I really liked this movie. 

Mogul Mowgli and Yakuza Princess are both opening theatrically and/or digitally across Canada this weekend — check your local listings.

This is Daniel Garber at the Movies, each Saturday morning, on CIUT 89.5 FM and on my website, culturalmining.com

Films reviewed: Swan Song, Beyond Monet, Respect

Posted in 1910s, 1960s, Art, Biopic, Black, France, Gay, Immersive Cinema, LGBT, Music, Ohio, Old Age, Women by CulturalMining.com on August 14, 2021

Hi, this is Daniel Garber at the Movies for culturalmining.com and CIUT 89.5 FM.

With the end of lockdowns finally reaching Toronto, people are itching to catch up on what they’ve been missing — from getting their hair cut, going to an art gallery, or listening to a concert on the big screen. This week I’m looking at two movies and one experience. There’s soul in Detroit, hairdressing in Ohio, and French impressionism in downtown Toronto.

Swan Song 

Wri/Dir: Todd Stephens

Pat Pitsenbarger (Udo Kier) was once known as the Liberace of Sandusky Ohio, known for his gaudy jewelry, his pastel pantsuits and his flamboyant style. The richest women in town flocked to his hair salon where he could accomplish miracles with just his fingertips and a can of hairspray. But now he’s long-forgotten, a penniless  old man living in a nursing home with puke-green walls and fluorescent lights. What happened?  

His protege Dee Dee (Jennifer Coolidge) opened up a larger salon across the street from his, poaching his longest clients, including Rita Sloan a millionaire and his oldest patron. Then his lover David died of AIDS. And since this was before same-sex marriage, their shared house was inherited by a distant relative, leaving him homeless. So for Pat,  Sandusky is just history. Until a lawyer named Mr Shamrock arrives at his room with a new development. Rita has died, and in her will she insists Pat be the one to style her hair in her coffin. And if he does he’ll inherit 25,000 clams. So Pat sets out on a long journey back to long-lost Sandusky, encountering strange people and places along the way. Will he get there in time for Rita’s swan song? And can he finish the job without any beauty supplies?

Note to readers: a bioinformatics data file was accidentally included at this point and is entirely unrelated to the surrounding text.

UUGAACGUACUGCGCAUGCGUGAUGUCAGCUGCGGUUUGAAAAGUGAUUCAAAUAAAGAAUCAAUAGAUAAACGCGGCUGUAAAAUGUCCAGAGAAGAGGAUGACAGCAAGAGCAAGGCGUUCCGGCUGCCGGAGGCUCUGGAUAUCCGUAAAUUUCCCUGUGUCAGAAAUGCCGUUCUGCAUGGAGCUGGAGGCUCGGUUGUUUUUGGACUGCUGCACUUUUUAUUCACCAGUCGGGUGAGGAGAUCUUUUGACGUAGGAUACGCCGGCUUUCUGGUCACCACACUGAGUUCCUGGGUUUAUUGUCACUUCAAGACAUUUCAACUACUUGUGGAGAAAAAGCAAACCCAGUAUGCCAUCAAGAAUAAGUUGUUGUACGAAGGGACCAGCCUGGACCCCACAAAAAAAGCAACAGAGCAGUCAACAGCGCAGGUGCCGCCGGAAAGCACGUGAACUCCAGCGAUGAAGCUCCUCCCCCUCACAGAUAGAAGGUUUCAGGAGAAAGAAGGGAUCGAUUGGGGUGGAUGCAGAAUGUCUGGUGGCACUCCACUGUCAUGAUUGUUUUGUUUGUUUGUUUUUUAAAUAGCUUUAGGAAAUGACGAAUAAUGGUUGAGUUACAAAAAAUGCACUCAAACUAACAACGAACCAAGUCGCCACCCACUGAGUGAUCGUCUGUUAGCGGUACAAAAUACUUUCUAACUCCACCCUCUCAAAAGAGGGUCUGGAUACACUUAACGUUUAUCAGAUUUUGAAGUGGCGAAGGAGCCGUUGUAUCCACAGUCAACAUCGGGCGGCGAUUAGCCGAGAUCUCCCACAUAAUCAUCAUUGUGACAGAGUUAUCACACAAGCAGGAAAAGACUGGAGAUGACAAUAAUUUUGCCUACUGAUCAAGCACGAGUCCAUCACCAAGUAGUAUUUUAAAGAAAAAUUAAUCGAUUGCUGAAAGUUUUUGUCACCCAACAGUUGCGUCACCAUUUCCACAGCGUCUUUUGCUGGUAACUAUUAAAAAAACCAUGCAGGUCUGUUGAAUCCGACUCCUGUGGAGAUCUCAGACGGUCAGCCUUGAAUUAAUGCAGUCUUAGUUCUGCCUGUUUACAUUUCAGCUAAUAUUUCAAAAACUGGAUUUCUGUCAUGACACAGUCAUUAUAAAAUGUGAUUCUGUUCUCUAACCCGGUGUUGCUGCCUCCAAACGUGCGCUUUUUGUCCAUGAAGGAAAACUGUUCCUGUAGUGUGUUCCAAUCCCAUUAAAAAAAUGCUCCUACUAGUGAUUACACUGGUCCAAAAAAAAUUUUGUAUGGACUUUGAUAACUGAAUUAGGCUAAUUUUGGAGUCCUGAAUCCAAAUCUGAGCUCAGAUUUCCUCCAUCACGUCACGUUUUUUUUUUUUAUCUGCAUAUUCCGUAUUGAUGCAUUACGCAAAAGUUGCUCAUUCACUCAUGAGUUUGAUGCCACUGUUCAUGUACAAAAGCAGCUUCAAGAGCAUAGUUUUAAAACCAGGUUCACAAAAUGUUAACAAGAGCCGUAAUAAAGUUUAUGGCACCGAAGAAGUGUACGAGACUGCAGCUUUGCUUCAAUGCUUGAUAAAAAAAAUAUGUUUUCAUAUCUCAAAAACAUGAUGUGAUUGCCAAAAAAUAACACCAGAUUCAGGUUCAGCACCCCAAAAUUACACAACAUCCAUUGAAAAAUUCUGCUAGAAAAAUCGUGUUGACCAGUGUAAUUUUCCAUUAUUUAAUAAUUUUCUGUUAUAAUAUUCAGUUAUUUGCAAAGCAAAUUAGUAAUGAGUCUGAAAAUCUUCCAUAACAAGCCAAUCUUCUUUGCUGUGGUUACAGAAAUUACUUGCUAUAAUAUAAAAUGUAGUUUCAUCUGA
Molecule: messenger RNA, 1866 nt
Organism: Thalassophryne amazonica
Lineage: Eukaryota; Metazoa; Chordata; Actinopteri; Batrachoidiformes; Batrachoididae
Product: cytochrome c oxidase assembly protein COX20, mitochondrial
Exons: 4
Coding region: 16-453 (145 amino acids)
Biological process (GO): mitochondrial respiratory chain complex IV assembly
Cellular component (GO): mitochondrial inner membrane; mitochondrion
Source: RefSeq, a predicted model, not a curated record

Swan Song is a very gentle, low-key, and slow- moving homage to the gradually fading world of small town gay life in America. Though nostalgic, it doesn’t present a white-washed version. It features Pat (loosely based on a real person) as an inveterate shoplifter, Eunice his best friend who is known for loitering in public toilets, as well as the seedy gay bar where they used to lip-synch torch songs. Udo Kier, the great German actor, has fun with his role, injecting his own trademark campiness. Swan Song is a cute and gentle, (though too slow-moving) LGBT comedy.

Beyond Monet

Claude Monet was a fin-de-siècle French painter who daubed his canvases with bright spring colours. Critics at the time referred to his work derisively as impressionism, thus providing a name for the movement. But as his fame grew, his eyesight faded, and by the end his works veered to the nearly abstract. Today, though, his paintings of fields, gardens, water and most of all waterlilies are among the most famous of that era. Beyond Monet is an exhibition, not of his art, but rather an immersive experience. His works are projected on a circular, 360 degree wall and ceiling, about the size of a football stadium. The works themselves are constantly rising, falling, or gradually turning around inside the exhibition space, so you can see all of it without moving from your area. It’s constructed around a large wooden cupola in the centre, along with shiny, round landing pads spread all around to sit on. The images are softly animated: waves in his paintings rise and fall; in his winter scenes, snow seems to blow against the landscapes, while flowers and lillies bloom before your eyes. And a constantly-shifting — and at times quite lovely — original soundtrack of music and sound effects (like birds, crickets or waves) adds to the mood.